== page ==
Mistakes to Avoid After a Motorcycle Accident
If you were hit by a car while riding your motorcycle, you have the right to recover damages for any injuries you sustained and for any damage to your bike. However, there are a number of pitfalls to avoid after a motorcycle crash. Doing or saying the wrong thing can undermine your case, limit your recovery, and potentially open you up to liability for the accident. Continue reading for tips on what not to do after a California motorcycle accident, and reach out to a dedicated San Francisco motorcycle accident attorney if you’ve been hurt in a motorcycle accident in the Bay Area.
Do Not Apologize or Otherwise Admit Fault
We’ve all heard the phrase “anything you say can and will be used against you in a court of law” in the context of a criminal arrest. You have the right to remain silent, and you should use it. The same principle applies with claims for civil liability after an injury: Anything you say has the potential to undermine your claims and reduce your recovery. After a crash, many of us will reflexively default to being polite, especially if another person involved was injured–“I’m so sorry, are you OK?” Unfortunately, saying you are sorry may be used to argue you are admitting that the crash was your fault.
As a general rule, you should limit your conversation with other parties involved in a crash to the necessities: exchanging information (insurance, driver’s license number, contact info), checking for injuries, and making sure everyone is safe. After that, call the appropriate authorities and wait for them to arrive. After you leave the scene of the accident, there is virtually no reason to contact the at-fault driver directly. Your communications should be formal, directed at their insurance provider, ideally by and through your attorney.
Do Not Agree Not to Report the Accident
No one likes dealing with the police or with insurance companies. After an accident, a passenger car driver may ask you to handle the matter informally without getting the police or insurance providers involved. It can be tempting, especially if you think your injuries are minor. However, doing so severely limits your options for recovery. You may have more serious injuries than you realize at the moment. Injuries such as concussion, whiplash, or internal bleeding may not be readily apparent, but they can have painful, debilitating, and dangerous consequences. Reporting the accident and going through the proper channels ensures that you preserve your right to recover damages and that you are not left alone footing a massive medical bill down the line.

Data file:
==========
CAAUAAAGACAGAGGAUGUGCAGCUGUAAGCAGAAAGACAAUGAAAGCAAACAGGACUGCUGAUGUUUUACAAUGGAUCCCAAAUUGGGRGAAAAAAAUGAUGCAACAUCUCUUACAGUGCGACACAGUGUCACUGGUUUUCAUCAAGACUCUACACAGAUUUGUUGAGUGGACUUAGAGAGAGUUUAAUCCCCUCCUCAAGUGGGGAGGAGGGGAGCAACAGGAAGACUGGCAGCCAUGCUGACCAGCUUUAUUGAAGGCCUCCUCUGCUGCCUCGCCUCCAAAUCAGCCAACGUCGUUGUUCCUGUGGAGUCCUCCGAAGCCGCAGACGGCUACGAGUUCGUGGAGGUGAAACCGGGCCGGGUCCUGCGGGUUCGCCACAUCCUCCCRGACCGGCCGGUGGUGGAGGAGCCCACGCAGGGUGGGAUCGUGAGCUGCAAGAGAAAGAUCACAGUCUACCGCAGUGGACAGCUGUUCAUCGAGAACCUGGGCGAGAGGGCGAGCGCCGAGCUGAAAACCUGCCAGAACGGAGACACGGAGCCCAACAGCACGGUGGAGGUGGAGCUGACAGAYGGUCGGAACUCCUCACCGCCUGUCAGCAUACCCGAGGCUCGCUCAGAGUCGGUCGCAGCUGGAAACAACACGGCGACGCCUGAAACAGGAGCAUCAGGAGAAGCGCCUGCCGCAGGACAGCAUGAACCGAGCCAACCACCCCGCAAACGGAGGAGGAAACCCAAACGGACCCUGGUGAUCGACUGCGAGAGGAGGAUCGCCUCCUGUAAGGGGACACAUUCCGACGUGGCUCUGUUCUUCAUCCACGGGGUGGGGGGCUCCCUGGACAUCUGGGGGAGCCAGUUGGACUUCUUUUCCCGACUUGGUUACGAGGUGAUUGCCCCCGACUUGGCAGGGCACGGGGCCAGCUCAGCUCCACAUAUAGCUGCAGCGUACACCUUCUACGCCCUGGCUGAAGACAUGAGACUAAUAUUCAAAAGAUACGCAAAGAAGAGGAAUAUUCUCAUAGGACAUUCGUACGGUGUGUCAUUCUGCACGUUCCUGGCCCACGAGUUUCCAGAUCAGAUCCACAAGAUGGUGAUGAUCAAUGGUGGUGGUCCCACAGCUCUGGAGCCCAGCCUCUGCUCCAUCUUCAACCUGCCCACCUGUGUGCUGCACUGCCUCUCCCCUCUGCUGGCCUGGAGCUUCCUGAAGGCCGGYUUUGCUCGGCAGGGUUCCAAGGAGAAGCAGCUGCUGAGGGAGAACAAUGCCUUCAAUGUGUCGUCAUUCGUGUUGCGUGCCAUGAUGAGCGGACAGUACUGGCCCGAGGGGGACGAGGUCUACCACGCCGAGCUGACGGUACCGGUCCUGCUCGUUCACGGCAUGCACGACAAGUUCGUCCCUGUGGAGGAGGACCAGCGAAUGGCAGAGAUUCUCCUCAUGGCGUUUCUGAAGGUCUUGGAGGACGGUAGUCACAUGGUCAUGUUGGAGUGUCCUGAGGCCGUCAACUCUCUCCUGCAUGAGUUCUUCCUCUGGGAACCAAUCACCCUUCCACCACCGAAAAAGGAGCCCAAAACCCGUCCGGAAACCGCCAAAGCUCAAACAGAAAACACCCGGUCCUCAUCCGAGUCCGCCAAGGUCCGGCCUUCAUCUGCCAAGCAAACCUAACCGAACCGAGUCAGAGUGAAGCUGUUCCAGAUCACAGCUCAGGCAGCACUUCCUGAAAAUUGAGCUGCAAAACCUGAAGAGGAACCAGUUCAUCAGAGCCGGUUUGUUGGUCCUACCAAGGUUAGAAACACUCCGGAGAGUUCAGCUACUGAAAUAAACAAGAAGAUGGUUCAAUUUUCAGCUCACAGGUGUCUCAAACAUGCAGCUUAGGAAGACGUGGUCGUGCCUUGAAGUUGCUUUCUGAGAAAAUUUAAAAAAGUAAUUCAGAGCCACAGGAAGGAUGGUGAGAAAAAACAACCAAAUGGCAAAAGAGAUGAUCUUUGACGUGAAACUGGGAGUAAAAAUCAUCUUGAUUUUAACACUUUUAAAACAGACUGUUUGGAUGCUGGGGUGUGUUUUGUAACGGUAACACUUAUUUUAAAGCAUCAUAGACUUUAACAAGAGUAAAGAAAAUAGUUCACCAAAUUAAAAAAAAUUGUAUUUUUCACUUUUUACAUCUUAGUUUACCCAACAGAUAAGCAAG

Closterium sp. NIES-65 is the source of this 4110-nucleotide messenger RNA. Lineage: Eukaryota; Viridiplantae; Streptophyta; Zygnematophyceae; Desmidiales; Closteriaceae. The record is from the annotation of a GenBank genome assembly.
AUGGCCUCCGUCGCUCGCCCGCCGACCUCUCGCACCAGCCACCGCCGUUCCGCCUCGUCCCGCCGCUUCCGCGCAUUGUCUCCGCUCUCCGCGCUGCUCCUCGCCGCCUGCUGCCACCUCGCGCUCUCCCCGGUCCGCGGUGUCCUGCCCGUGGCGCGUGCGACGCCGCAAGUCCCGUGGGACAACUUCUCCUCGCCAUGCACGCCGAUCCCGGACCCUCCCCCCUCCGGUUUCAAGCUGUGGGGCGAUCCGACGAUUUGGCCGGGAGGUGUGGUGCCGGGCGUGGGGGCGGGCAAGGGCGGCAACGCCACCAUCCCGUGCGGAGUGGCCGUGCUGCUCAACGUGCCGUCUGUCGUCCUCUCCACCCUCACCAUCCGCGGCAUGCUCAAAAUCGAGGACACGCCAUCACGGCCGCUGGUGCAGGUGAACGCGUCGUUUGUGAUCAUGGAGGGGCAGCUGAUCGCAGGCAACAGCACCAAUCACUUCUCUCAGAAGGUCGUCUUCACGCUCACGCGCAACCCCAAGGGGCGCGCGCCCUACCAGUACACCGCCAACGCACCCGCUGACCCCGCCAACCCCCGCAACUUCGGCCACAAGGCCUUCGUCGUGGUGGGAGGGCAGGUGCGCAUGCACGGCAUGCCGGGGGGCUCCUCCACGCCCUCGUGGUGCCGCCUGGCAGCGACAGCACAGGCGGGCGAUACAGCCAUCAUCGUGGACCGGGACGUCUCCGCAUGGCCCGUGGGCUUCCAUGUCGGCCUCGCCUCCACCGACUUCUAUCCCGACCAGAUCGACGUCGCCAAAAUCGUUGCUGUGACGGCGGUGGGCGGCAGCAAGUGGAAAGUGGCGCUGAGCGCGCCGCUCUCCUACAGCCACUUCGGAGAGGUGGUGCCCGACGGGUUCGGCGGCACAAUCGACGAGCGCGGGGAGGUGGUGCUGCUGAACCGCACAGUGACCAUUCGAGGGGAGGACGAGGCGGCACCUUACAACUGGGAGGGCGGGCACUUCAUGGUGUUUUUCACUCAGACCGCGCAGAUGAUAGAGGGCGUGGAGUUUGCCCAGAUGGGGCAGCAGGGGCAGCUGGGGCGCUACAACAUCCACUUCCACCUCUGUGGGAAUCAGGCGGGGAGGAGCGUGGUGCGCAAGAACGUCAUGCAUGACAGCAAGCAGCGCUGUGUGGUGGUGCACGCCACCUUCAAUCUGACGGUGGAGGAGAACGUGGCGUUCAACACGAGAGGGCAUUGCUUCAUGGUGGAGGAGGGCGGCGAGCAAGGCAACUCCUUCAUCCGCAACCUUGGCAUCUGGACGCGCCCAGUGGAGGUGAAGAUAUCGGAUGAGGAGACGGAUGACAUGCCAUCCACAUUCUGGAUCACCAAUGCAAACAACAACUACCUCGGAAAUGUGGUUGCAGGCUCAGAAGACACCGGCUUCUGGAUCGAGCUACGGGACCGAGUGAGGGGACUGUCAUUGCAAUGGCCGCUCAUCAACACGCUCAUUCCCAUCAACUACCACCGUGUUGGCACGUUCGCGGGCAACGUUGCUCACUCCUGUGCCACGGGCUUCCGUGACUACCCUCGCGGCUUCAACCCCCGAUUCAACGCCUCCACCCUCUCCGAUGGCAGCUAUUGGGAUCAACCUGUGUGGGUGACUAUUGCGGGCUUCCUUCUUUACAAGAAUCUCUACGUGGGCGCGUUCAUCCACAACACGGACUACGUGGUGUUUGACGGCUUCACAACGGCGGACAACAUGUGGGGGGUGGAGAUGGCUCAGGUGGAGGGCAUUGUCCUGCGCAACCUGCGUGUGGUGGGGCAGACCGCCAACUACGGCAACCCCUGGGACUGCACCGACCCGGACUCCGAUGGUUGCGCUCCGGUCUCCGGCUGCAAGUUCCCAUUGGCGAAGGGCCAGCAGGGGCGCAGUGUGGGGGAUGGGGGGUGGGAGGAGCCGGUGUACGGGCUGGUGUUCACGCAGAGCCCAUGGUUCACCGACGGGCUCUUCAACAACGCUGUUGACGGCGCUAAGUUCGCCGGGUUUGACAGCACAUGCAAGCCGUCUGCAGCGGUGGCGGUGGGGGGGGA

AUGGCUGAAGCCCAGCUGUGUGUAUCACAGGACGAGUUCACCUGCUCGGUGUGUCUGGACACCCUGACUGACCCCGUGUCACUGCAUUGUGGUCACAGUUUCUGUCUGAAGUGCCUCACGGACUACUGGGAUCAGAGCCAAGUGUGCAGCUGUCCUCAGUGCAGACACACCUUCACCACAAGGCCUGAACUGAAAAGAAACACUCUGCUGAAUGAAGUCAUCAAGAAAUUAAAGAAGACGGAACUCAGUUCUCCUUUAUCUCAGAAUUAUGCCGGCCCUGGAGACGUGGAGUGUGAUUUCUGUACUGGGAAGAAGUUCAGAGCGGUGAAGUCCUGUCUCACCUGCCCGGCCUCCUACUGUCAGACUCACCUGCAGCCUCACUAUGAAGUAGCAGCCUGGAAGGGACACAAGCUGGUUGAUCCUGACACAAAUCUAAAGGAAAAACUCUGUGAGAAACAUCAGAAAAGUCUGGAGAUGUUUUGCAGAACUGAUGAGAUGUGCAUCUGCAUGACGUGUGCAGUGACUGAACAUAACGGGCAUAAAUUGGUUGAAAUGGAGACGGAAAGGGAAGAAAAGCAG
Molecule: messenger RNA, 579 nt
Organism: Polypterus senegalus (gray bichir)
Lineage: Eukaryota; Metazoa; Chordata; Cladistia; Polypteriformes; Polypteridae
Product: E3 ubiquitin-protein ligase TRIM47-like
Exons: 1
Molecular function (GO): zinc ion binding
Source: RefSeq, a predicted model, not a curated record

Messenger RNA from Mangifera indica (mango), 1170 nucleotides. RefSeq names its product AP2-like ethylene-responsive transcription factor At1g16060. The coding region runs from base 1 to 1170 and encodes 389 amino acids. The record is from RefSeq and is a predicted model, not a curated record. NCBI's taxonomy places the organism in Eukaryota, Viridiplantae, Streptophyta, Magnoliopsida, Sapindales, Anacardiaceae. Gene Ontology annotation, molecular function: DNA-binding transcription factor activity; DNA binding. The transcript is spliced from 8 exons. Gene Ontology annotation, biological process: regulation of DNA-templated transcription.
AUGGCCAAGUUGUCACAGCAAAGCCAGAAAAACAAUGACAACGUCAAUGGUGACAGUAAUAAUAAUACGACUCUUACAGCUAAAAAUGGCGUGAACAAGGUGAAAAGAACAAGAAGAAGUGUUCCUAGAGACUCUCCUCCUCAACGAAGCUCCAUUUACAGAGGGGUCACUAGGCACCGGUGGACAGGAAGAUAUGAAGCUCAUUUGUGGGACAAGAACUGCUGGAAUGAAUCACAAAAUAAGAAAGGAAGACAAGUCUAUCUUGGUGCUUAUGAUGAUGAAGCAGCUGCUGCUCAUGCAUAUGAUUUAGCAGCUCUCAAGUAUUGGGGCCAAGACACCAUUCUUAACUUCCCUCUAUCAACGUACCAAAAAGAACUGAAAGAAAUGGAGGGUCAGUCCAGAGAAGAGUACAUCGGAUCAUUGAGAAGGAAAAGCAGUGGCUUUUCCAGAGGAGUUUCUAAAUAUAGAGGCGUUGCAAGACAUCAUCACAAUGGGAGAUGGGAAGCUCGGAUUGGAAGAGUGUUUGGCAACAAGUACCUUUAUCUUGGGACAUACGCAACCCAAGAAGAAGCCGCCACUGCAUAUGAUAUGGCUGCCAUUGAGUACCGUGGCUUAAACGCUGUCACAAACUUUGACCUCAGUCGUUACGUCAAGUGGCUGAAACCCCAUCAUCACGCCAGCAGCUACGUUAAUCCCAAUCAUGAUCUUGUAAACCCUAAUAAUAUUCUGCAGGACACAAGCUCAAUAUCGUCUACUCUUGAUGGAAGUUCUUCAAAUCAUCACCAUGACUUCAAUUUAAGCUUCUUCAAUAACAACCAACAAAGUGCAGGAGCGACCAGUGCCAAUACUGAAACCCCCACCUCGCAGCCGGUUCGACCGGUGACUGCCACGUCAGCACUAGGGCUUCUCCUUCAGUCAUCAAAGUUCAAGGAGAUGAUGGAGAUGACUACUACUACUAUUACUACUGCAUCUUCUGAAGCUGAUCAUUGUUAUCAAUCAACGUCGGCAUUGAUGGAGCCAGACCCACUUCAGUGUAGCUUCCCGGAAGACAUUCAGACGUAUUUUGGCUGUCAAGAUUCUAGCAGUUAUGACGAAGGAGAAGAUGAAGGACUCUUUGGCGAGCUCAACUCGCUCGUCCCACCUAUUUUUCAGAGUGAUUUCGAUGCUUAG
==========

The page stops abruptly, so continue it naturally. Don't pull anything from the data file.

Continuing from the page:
Do Not Delay Medical Treatment
If you were hit by a car while riding your motorcycle, chances are that you have some sort of injury. For the same reasons discussed above, you should see a doctor as soon as possible after your crash. You may have latent injuries you have yet to see or feel. Moreover, if you wait too long to get a diagnosed injury, a defense lawyer may try to argue that you sustained your injuries in some other event after the accident. To protect your health and your finances, see a doctor as soon as you can after an accident, even if you do not think you are seriously hurt.
Avoid Social Media
As an extension of some of the other mistakes to avoid after a motorcycle accident, it is generally wise to avoid posting about your accident or injuries on social media. After an accident, people often want to ease the fears of family and friends by posting that they are “fine,” that they are “recovering well,” or that the accident was “no big deal.” Any such comments will be used as evidence by the defense attorney to argue that your injuries are not severe. Any comments you make that appear to admit fault (e.g., “I can’t believe I crashed my bike”) will likewise undermine your case.
Even posting about your daily activities while pursuing your personal injury damages can hurt your case. If the defense lawyer finds pictures of you playing tennis or even just in great spirits after your accident, they may use that to claim you are overstating the severity of your injury. Limit social media usage after a crash, and avoid saying anything about your accident or injuries other than the bare minimum. If you want to update family and friends about your condition, talk to your attorney first about what you can say without hurting your case.
As a general rule, you should not discuss the accident with anyone other than your lawyer, whether in person or on social media. The same principle extends to your own insurance provider. While you should report the bare facts of the accident, talk to your lawyer before speaking with a representative and providing a written or recorded statement. Saying the wrong thing can limit your recovery.
If you’ve been injured while riding a motorcycle, get help collecting the damages you are owed by contacting the effective and trial-ready Bay Area motorcycle accident lawyer William E. Weiss for a free consultation at 415-362-6765.